Calcium and Magnesium Hydroxide Precipitation from Alkaline Groundwaters in Oman, and Their Significance to the Process of Serpentinization

Colin Neal and Gordon Stanger
Institute of Hydrology, Maclean Building, Crowmarsh Gifford, Wallingford, Oxon. OX10 8BB
Department of Earth Sciences, The Open University, Walton Hall, Milton Keynes, MK7 6AA

Abstract: The occurrence and genesis of Ca(OH)2 and Mg(OH)2 deposits associated with hyperalkaline groundwater from partly serpentinized ultramafic rocks in Northern Oman is reported. Two types of Ca(OH)2 deposit are differentiated; crystalline portlandite formed by the evaporation of Ca2+-2OH spring waters, and a form of amorphous gel, not previously known in nature. The latter is a product of present-day low-temperature serpentinization. Mg(OH)2 (brucite) in both holocrystalline and gel forms is produced by mixing of Mg2+−2HCO3− surface waters with a Ca2+-2OH groundwater in both surface and groundwater environments. These results indicate that significant differences exist between the processes of medium- and low-temperature brucite generation.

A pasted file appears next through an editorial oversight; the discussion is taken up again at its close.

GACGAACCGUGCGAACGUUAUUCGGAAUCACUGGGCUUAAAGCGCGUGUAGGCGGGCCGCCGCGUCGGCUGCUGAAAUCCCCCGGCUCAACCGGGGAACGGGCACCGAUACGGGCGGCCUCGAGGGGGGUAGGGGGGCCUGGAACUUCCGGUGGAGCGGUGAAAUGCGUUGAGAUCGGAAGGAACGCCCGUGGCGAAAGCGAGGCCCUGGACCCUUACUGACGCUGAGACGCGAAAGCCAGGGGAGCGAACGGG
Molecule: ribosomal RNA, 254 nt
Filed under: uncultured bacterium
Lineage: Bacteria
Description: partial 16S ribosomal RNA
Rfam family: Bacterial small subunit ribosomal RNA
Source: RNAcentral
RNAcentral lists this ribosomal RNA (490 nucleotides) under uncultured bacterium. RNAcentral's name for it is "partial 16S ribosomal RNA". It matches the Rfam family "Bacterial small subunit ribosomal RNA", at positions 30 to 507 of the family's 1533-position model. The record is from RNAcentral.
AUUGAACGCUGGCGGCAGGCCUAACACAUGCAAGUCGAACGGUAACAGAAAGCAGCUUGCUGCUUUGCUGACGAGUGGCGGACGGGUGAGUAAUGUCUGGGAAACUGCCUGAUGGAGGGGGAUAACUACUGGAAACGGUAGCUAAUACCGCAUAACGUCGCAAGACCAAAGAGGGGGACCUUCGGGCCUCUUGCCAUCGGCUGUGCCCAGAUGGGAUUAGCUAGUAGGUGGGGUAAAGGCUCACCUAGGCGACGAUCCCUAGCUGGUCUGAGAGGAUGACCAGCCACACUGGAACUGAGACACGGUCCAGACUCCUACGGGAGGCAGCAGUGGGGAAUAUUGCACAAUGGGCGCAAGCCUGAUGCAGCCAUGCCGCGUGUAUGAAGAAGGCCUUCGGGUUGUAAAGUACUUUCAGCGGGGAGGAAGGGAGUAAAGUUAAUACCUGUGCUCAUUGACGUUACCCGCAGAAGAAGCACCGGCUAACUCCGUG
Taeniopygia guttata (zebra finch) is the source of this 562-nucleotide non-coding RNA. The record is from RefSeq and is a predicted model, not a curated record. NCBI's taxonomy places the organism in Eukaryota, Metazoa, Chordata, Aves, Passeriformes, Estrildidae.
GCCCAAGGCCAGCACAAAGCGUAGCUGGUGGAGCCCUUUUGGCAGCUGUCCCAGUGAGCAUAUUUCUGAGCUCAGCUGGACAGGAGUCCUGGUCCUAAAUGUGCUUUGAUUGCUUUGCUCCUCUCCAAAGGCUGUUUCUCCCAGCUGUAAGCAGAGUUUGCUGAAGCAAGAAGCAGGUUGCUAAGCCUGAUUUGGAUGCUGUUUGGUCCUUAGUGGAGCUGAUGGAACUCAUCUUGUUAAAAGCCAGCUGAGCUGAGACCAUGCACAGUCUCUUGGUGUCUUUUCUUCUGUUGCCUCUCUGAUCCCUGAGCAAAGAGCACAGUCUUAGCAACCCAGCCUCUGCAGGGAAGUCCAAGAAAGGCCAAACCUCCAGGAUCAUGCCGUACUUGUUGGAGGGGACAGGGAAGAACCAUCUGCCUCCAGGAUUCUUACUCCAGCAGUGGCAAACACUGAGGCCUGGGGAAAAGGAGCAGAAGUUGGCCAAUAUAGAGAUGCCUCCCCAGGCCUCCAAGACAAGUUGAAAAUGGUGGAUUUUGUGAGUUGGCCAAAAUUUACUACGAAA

Mineralogical Magazine; June 1984 v. 48; no. 347; p. 237-241; DOI: 10.1180/minmag.1984.048.347.07
© 1984, The Mineralogical Society
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